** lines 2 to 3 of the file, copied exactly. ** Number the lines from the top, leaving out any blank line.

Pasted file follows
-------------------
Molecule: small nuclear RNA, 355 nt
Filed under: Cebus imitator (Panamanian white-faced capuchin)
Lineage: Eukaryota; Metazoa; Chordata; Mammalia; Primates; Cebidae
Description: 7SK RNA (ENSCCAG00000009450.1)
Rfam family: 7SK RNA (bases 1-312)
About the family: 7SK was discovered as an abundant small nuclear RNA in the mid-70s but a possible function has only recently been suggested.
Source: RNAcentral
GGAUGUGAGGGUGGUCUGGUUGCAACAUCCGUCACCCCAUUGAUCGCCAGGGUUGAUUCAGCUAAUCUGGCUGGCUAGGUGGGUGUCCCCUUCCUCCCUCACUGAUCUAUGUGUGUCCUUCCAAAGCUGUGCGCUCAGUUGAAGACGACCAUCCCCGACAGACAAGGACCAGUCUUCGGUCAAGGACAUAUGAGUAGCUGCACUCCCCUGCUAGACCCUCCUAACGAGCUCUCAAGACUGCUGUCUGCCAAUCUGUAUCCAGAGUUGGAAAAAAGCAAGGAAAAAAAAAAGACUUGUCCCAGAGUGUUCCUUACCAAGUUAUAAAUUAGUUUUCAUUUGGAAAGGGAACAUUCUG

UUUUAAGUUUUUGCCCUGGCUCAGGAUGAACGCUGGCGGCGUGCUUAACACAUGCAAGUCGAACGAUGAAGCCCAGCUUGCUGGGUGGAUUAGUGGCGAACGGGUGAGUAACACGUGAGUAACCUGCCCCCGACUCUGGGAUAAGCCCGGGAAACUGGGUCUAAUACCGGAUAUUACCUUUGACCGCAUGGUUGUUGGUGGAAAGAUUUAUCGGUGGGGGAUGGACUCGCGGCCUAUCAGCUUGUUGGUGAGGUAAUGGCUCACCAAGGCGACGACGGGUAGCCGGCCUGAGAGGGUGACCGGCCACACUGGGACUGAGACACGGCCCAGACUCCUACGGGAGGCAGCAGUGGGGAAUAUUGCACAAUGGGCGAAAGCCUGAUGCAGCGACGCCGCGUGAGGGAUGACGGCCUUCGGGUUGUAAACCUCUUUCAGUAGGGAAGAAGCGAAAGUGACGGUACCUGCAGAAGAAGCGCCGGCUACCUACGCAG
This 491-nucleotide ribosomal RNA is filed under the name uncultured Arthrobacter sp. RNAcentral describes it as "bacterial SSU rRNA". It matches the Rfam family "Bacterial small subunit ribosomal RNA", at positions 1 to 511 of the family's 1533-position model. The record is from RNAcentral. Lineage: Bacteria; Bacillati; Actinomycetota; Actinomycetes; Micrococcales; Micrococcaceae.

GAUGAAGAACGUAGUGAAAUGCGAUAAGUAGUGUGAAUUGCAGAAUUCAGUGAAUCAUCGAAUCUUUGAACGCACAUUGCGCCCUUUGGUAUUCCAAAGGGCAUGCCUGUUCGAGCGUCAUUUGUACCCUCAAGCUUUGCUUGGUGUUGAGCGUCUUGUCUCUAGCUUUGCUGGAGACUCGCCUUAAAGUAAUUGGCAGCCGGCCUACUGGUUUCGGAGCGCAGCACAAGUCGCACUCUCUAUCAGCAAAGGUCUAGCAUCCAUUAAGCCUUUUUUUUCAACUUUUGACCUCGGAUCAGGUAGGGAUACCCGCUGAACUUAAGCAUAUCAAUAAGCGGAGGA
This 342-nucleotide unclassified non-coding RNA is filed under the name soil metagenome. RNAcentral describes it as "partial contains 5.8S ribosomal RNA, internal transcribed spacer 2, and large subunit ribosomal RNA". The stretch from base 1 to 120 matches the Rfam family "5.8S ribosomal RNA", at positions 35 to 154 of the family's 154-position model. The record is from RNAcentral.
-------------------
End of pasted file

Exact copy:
Filed under: Cebus imitator (Panamanian white-faced capuchin)
Lineage: Eukaryota; Metazoa; Chordata; Mammalia; Primates; Cebidae